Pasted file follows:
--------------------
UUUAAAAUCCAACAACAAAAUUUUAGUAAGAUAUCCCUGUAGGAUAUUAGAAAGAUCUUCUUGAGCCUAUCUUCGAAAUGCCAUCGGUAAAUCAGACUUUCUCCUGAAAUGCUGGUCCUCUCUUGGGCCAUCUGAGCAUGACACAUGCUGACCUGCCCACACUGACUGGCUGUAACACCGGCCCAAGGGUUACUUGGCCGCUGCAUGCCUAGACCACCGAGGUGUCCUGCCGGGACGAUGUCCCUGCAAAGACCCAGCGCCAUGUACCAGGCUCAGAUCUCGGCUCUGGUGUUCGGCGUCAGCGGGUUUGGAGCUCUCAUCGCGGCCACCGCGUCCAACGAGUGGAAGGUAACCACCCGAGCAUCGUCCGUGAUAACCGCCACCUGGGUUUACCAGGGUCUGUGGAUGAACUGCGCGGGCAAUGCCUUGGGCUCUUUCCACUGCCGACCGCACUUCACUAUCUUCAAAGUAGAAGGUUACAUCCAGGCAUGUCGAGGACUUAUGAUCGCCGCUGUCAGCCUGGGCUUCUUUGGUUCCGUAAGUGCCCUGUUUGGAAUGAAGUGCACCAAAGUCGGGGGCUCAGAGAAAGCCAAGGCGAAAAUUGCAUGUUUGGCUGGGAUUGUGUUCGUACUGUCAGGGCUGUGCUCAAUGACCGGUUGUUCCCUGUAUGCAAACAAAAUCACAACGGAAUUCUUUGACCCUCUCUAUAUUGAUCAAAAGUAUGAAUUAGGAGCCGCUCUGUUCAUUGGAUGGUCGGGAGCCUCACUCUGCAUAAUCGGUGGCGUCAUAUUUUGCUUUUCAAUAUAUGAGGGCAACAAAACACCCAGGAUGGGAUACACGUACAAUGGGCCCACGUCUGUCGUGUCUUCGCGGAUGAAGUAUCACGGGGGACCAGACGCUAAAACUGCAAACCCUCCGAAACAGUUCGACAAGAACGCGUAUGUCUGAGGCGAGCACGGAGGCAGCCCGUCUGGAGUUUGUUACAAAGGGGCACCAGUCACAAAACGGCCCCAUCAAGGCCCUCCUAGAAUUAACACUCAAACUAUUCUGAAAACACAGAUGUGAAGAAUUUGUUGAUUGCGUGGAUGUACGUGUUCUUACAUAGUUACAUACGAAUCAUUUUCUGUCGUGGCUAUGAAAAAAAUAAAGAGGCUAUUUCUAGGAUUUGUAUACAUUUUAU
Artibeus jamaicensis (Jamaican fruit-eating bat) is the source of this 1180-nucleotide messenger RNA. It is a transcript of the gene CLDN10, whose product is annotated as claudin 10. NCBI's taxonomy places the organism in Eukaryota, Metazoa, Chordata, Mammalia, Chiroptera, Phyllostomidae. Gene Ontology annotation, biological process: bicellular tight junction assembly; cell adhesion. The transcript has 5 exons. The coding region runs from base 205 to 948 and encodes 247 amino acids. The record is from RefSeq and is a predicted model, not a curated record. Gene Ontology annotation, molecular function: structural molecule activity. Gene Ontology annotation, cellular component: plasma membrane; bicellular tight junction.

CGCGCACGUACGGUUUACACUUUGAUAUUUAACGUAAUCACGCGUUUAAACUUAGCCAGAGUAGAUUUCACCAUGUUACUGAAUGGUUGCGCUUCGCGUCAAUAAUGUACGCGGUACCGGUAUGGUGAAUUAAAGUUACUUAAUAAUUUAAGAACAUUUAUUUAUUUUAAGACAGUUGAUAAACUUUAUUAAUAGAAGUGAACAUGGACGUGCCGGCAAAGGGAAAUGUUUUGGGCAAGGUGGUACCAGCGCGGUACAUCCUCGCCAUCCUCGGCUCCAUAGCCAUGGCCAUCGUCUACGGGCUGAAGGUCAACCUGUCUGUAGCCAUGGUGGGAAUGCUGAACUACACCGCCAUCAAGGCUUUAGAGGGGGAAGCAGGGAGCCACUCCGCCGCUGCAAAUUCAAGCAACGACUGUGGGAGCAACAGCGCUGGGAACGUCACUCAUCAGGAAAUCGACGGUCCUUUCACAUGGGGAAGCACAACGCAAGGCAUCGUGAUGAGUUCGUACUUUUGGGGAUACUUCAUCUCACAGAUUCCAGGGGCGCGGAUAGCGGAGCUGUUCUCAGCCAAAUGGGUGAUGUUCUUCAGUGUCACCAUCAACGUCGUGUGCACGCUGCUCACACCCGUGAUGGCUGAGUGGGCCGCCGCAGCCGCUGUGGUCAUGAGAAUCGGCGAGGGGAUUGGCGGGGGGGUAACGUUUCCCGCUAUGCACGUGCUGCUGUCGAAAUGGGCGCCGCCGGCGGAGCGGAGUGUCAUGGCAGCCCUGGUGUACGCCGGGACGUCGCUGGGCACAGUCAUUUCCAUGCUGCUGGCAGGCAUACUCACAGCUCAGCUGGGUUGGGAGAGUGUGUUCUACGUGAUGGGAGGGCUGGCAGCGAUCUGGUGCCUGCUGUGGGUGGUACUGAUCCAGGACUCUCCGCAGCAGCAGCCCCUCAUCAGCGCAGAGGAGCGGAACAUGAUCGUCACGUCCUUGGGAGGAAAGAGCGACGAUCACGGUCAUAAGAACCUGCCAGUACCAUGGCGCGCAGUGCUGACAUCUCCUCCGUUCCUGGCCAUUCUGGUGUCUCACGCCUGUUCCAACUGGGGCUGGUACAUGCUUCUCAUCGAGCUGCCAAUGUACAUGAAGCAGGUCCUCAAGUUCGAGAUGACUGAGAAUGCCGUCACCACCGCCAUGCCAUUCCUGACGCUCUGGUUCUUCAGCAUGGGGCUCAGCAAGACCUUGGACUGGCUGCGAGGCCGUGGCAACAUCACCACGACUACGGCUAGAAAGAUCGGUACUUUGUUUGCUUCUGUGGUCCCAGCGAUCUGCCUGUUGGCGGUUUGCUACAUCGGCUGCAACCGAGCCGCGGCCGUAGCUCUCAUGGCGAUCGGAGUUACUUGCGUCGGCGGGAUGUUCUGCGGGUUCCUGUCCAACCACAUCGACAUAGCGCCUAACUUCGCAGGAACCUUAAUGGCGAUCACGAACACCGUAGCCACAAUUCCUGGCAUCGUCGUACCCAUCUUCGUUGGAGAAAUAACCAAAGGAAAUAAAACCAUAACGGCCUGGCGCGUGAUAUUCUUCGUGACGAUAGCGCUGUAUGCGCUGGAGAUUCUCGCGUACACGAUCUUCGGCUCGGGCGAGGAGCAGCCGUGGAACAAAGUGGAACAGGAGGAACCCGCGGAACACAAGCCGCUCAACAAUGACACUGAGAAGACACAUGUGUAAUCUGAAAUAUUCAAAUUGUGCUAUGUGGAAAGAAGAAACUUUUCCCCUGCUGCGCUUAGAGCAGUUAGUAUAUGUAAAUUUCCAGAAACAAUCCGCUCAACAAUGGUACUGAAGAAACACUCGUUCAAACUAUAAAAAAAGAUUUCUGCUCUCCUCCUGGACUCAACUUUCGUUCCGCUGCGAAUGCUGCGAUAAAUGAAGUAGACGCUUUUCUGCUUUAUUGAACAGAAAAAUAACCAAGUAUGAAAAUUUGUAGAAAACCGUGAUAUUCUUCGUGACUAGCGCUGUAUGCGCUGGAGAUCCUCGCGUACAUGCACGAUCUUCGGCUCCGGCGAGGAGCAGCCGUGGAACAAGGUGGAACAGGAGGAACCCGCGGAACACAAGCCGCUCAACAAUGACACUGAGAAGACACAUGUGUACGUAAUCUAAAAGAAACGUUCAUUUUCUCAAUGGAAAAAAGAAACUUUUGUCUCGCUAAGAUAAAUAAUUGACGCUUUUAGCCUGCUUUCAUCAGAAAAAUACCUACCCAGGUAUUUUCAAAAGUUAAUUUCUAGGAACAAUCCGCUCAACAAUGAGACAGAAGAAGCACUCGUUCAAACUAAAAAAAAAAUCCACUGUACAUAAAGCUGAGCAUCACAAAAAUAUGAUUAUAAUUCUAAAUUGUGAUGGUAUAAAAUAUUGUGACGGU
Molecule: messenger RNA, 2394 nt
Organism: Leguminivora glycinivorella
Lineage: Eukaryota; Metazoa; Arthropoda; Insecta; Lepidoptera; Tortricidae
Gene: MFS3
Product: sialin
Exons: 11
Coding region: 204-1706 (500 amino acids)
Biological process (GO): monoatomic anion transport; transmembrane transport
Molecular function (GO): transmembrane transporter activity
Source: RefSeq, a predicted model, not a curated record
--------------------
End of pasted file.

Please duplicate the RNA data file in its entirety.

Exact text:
UUUAAAAUCCAACAACAAAAUUUUAGUAAGAUAUCCCUGUAGGAUAUUAGAAAGAUCUUCUUGAGCCUAUCUUCGAAAUGCCAUCGGUAAAUCAGACUUUCUCCUGAAAUGCUGGUCCUCUCUUGGGCCAUCUGAGCAUGACACAUGCUGACCUGCCCACACUGACUGGCUGUAACACCGGCCCAAGGGUUACUUGGCCGCUGCAUGCCUAGACCACCGAGGUGUCCUGCCGGGACGAUGUCCCUGCAAAGACCCAGCGCCAUGUACCAGGCUCAGAUCUCGGCUCUGGUGUUCGGCGUCAGCGGGUUUGGAGCUCUCAUCGCGGCCACCGCGUCCAACGAGUGGAAGGUAACCACCCGAGCAUCGUCCGUGAUAACCGCCACCUGGGUUUACCAGGGUCUGUGGAUGAACUGCGCGGGCAAUGCCUUGGGCUCUUUCCACUGCCGACCGCACUUCACUAUCUUCAAAGUAGAAGGUUACAUCCAGGCAUGUCGAGGACUUAUGAUCGCCGCUGUCAGCCUGGGCUUCUUUGGUUCCGUAAGUGCCCUGUUUGGAAUGAAGUGCACCAAAGUCGGGGGCUCAGAGAAAGCCAAGGCGAAAAUUGCAUGUUUGGCUGGGAUUGUGUUCGUACUGUCAGGGCUGUGCUCAAUGACCGGUUGUUCCCUGUAUGCAAACAAAAUCACAACGGAAUUCUUUGACCCUCUCUAUAUUGAUCAAAAGUAUGAAUUAGGAGCCGCUCUGUUCAUUGGAUGGUCGGGAGCCUCACUCUGCAUAAUCGGUGGCGUCAUAUUUUGCUUUUCAAUAUAUGAGGGCAACAAAACACCCAGGAUGGGAUACACGUACAAUGGGCCCACGUCUGUCGUGUCUUCGCGGAUGAAGUAUCACGGGGGACCAGACGCUAAAACUGCAAACCCUCCGAAACAGUUCGACAAGAACGCGUAUGUCUGAGGCGAGCACGGAGGCAGCCCGUCUGGAGUUUGUUACAAAGGGGCACCAGUCACAAAACGGCCCCAUCAAGGCCCUCCUAGAAUUAACACUCAAACUAUUCUGAAAACACAGAUGUGAAGAAUUUGUUGAUUGCGUGGAUGUACGUGUUCUUACAUAGUUACAUACGAAUCAUUUUCUGUCGUGGCUAUGAAAAAAAUAAAGAGGCUAUUUCUAGGAUUUGUAUACAUUUUAU
Artibeus jamaicensis (Jamaican fruit-eating bat) is the source of this 1180-nucleotide messenger RNA. It is a transcript of the gene CLDN10, whose product is annotated as claudin 10. NCBI's taxonomy places the organism in Eukaryota, Metazoa, Chordata, Mammalia, Chiroptera, Phyllostomidae. Gene Ontology annotation, biological process: bicellular tight junction assembly; cell adhesion. The transcript has 5 exons. The coding region runs from base 205 to 948 and encodes 247 amino acids. The record is from RefSeq and is a predicted model, not a curated record. Gene Ontology annotation, molecular function: structural molecule activity. Gene Ontology annotation, cellular component: plasma membrane; bicellular tight junction.

CGCGCACGUACGGUUUACACUUUGAUAUUUAACGUAAUCACGCGUUUAAACUUAGCCAGAGUAGAUUUCACCAUGUUACUGAAUGGUUGCGCUUCGCGUCAAUAAUGUACGCGGUACCGGUAUGGUGAAUUAAAGUUACUUAAUAAUUUAAGAACAUUUAUUUAUUUUAAGACAGUUGAUAAACUUUAUUAAUAGAAGUGAACAUGGACGUGCCGGCAAAGGGAAAUGUUUUGGGCAAGGUGGUACCAGCGCGGUACAUCCUCGCCAUCCUCGGCUCCAUAGCCAUGGCCAUCGUCUACGGGCUGAAGGUCAACCUGUCUGUAGCCAUGGUGGGAAUGCUGAACUACACCGCCAUCAAGGCUUUAGAGGGGGAAGCAGGGAGCCACUCCGCCGCUGCAAAUUCAAGCAACGACUGUGGGAGCAACAGCGCUGGGAACGUCACUCAUCAGGAAAUCGACGGUCCUUUCACAUGGGGAAGCACAACGCAAGGCAUCGUGAUGAGUUCGUACUUUUGGGGAUACUUCAUCUCACAGAUUCCAGGGGCGCGGAUAGCGGAGCUGUUCUCAGCCAAAUGGGUGAUGUUCUUCAGUGUCACCAUCAACGUCGUGUGCACGCUGCUCACACCCGUGAUGGCUGAGUGGGCCGCCGCAGCCGCUGUGGUCAUGAGAAUCGGCGAGGGGAUUGGCGGGGGGGUAACGUUUCCCGCUAUGCACGUGCUGCUGUCGAAAUGGGCGCCGCCGGCGGAGCGGAGUGUCAUGGCAGCCCUGGUGUACGCCGGGACGUCGCUGGGCACAGUCAUUUCCAUGCUGCUGGCAGGCAUACUCACAGCUCAGCUGGGUUGGGAGAGUGUGUUCUACGUGAUGGGAGGGCUGGCAGCGAUCUGGUGCCUGCUGUGGGUGGUACUGAUCCAGGACUCUCCGCAGCAGCAGCCCCUCAUCAGCGCAGAGGAGCGGAACAUGAUCGUCACGUCCUUGGGAGGAAAGAGCGACGAUCACGGUCAUAAGAACCUGCCAGUACCAUGGCGCGCAGUGCUGACAUCUCCUCCGUUCCUGGCCAUUCUGGUGUCUCACGCCUGUUCCAACUGGGGCUGGUACAUGCUUCUCAUCGAGCUGCCAAUGUACAUGAAGCAGGUCCUCAAGUUCGAGAUGACUGAGAAUGCCGUCACCACCGCCAUGCCAUUCCUGACGCUCUGGUUCUUCAGCAUGGGGCUCAGCAAGACCUUGGACUGGCUGCGAGGCCGUGGCAACAUCACCACGACUACGGCUAGAAAGAUCGGUACUUUGUUUGCUUCUGUGGUCCCAGCGAUCUGCCUGUUGGCGGUUUGCUACAUCGGCUGCAACCGAGCCGCGGCCGUAGCUCUCAUGGCGAUCGGAGUUACUUGCGUCGGCGGGAUGUUCUGCGGGUUCCUGUCCAACCACAUCGACAUAGCGCCUAACUUCGCAGGAACCUUAAUGGCGAUCACGAACACCGUAGCCACAAUUCCUGGCAUCGUCGUACCCAUCUUCGUUGGAGAAAUAACCAAAGGAAAUAAAACCAUAACGGCCUGGCGCGUGAUAUUCUUCGUGACGAUAGCGCUGUAUGCGCUGGAGAUUCUCGCGUACACGAUCUUCGGCUCGGGCGAGGAGCAGCCGUGGAACAAAGUGGAACAGGAGGAACCCGCGGAACACAAGCCGCUCAACAAUGACACUGAGAAGACACAUGUGUAAUCUGAAAUAUUCAAAUUGUGCUAUGUGGAAAGAAGAAACUUUUCCCCUGCUGCGCUUAGAGCAGUUAGUAUAUGUAAAUUUCCAGAAACAAUCCGCUCAACAAUGGUACUGAAGAAACACUCGUUCAAACUAUAAAAAAAGAUUUCUGCUCUCCUCCUGGACUCAACUUUCGUUCCGCUGCGAAUGCUGCGAUAAAUGAAGUAGACGCUUUUCUGCUUUAUUGAACAGAAAAAUAACCAAGUAUGAAAAUUUGUAGAAAACCGUGAUAUUCUUCGUGACUAGCGCUGUAUGCGCUGGAGAUCCUCGCGUACAUGCACGAUCUUCGGCUCCGGCGAGGAGCAGCCGUGGAACAAGGUGGAACAGGAGGAACCCGCGGAACACAAGCCGCUCAACAAUGACACUGAGAAGACACAUGUGUACGUAAUCUAAAAGAAACGUUCAUUUUCUCAAUGGAAAAAAGAAACUUUUGUCUCGCUAAGAUAAAUAAUUGACGCUUUUAGCCUGCUUUCAUCAGAAAAAUACCUACCCAGGUAUUUUCAAAAGUUAAUUUCUAGGAACAAUCCGCUCAACAAUGAGACAGAAGAAGCACUCGUUCAAACUAAAAAAAAAAUCCACUGUACAUAAAGCUGAGCAUCACAAAAAUAUGAUUAUAAUUCUAAAUUGUGAUGGUAUAAAAUAUUGUGACGGU
Molecule: messenger RNA, 2394 nt
Organism: Leguminivora glycinivorella
Lineage: Eukaryota; Metazoa; Arthropoda; Insecta; Lepidoptera; Tortricidae
Gene: MFS3
Product: sialin
Exons: 11
Coding region: 204-1706 (500 amino acids)
Biological process (GO): monoatomic anion transport; transmembrane transport
Molecular function (GO): transmembrane transporter activity
Source: RefSeq, a predicted model, not a curated record